Somalia experiencing one of its worst drought crises in a decade following four consecutive poor rainy seasons. Over 3.9 million people are facing acute water shortages with most of surface water sources dried up and significant number of strategic boreholes have developed mechanical failure due to over-operation and are in need urgent rehabilitation. The WASH humanitarian crisis continues to worsen across the country and is likely to deteriorate in the coming months. The existing severe water shortages are particularly expected to continue through the Hagaa (June-September) dry season.
Rangeland conditions have been deteriorating faster than usual, driving widespread livestock deaths and population displacements. As of 10 June 2022, A significant water shortages have been reported in many areas in Somaliland with Sanaag, Waqoyi Galbeed, Sool and Togdheer regions being the hardest hit areas. Severely alarming water shortage have also been reported in several districts in Puntland, SWS, Jubaland,
Galmudug and Hirshabelle exposing a higher number of vulnerable people to significant water shortage risks. The pastoral population living in the hard-to-reach areas are the worst affected.
WASH Humanitarian partners and authorities continued to scale up assistance to mitigate the adverse outcomes of the drought emergency in Somalia. As of 31st May, WASH Cluster partners have collectively reached over 1M people with Water, Sanitation and Hygiene assistance. However, funding Gap is a key challenge that limits partners’ capacity to reach people in need with lifesaving WASH assistance. Urgent large-scale efforts aimed at saving lives and protecting livelihoods are therefore needed to meet the needs of the most vulnerable and prevent loss of life. The Cluster partners started to scale up emergency services focusing on water trucking, the rehabilitation non-functional boreholes and extension of existing water systems and the construction of new water points for communities affected by drought. The cluster will focus on the affected areas that lack adequate coverage in terms of WASH services in order to ensure optimal usage of water sources, sustainability and mitigation of water and sanitation-borne diseases such as acute watery diarrhea (AWD) and cholera.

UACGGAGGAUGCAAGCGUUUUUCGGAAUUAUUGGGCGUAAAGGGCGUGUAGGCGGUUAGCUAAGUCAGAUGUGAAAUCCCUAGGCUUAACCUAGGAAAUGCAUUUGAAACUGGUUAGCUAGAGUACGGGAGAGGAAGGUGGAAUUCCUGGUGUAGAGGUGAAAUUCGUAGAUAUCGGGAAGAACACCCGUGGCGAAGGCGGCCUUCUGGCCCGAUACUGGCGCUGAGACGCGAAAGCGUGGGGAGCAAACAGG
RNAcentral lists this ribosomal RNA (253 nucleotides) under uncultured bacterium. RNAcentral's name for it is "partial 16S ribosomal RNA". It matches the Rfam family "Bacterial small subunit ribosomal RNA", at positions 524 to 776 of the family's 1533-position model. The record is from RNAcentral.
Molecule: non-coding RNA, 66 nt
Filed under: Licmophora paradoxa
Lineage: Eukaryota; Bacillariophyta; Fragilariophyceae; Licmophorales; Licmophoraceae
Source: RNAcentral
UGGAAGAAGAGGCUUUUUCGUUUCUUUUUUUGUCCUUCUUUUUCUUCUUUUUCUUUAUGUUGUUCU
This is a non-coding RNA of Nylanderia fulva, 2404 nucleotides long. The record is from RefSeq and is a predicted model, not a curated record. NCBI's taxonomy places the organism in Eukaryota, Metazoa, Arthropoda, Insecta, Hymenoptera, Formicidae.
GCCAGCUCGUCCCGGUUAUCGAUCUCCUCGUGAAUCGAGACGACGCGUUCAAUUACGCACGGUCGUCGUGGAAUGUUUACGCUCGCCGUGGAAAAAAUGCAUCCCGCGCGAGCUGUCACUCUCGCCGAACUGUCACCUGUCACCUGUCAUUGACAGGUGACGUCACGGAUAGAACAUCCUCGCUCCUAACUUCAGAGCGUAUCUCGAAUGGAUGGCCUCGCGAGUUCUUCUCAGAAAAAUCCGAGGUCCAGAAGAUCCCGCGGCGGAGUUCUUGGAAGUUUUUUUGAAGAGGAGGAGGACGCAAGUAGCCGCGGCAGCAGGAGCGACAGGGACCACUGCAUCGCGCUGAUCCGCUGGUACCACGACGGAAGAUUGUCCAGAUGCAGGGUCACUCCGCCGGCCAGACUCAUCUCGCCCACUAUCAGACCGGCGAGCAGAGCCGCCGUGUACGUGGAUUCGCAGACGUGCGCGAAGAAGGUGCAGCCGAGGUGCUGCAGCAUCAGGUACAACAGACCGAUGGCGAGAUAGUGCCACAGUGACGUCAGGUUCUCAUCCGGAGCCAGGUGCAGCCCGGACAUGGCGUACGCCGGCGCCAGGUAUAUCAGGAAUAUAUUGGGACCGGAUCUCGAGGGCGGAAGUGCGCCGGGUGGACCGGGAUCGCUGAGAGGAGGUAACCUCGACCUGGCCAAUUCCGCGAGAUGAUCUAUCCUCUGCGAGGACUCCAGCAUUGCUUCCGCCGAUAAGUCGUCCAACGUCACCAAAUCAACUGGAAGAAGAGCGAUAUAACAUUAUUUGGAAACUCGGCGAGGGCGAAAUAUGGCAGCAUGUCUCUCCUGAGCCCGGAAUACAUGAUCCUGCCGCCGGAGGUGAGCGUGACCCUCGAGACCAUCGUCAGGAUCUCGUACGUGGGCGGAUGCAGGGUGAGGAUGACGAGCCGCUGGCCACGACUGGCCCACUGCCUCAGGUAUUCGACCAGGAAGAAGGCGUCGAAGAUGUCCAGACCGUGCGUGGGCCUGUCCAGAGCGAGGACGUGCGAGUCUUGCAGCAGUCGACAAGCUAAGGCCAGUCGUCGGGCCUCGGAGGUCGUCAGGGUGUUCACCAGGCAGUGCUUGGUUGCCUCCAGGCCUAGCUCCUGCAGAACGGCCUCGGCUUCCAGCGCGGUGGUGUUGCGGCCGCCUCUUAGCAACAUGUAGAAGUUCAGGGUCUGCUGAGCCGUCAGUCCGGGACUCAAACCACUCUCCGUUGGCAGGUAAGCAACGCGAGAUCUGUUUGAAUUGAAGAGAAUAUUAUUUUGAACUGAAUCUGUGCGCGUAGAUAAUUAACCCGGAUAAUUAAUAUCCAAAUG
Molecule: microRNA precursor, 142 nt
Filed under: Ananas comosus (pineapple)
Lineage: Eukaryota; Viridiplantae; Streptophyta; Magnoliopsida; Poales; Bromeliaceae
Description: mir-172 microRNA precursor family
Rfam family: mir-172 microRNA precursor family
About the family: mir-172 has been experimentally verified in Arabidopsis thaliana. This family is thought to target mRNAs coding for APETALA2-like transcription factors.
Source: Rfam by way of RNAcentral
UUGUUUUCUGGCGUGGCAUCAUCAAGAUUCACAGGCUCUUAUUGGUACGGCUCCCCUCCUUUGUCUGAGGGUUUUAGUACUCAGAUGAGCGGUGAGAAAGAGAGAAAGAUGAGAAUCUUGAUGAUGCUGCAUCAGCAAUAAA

According to CHIRPS preliminary remote sensing data for April 1-31 May 2022, few areas in Togdheer, Awdal, Waqoyi Galbed and and few pockets in Sanaag, Nugaal, Mudug,
Galgudud, Hiraan and large parts of SWS received 70-100 millimeters (mm) of rainfall, while localized areas in Jubaland and South West Sate have received rainfall amounts exceeding 100 mm (Figure 2). Conversely, large parts of Somalia received less than 70 mm. In addition, compared to the 39-year average, the amount of rainfall received across Somalia during the 2022 Gu rains is translated into below average (Figure 3). Overall, the country continues to endure severe drought, and ground conditions are driest in Waqooyi Galbeed, Muug, Nugaal, Bay, a few areas in Lower Juba and Lower Shabelle, Sool and Sanaag regions. According to the satellite-derived eVIIRS Normalized Difference Vegetation Index (NDVI) for May 21-31, negative vegetation anomalies are widespread.
Enormous deficits are visible across Somalia, indicative of poor cropping and pasture conditions (Figure 5) due to the cumulative effect of the four-season drought.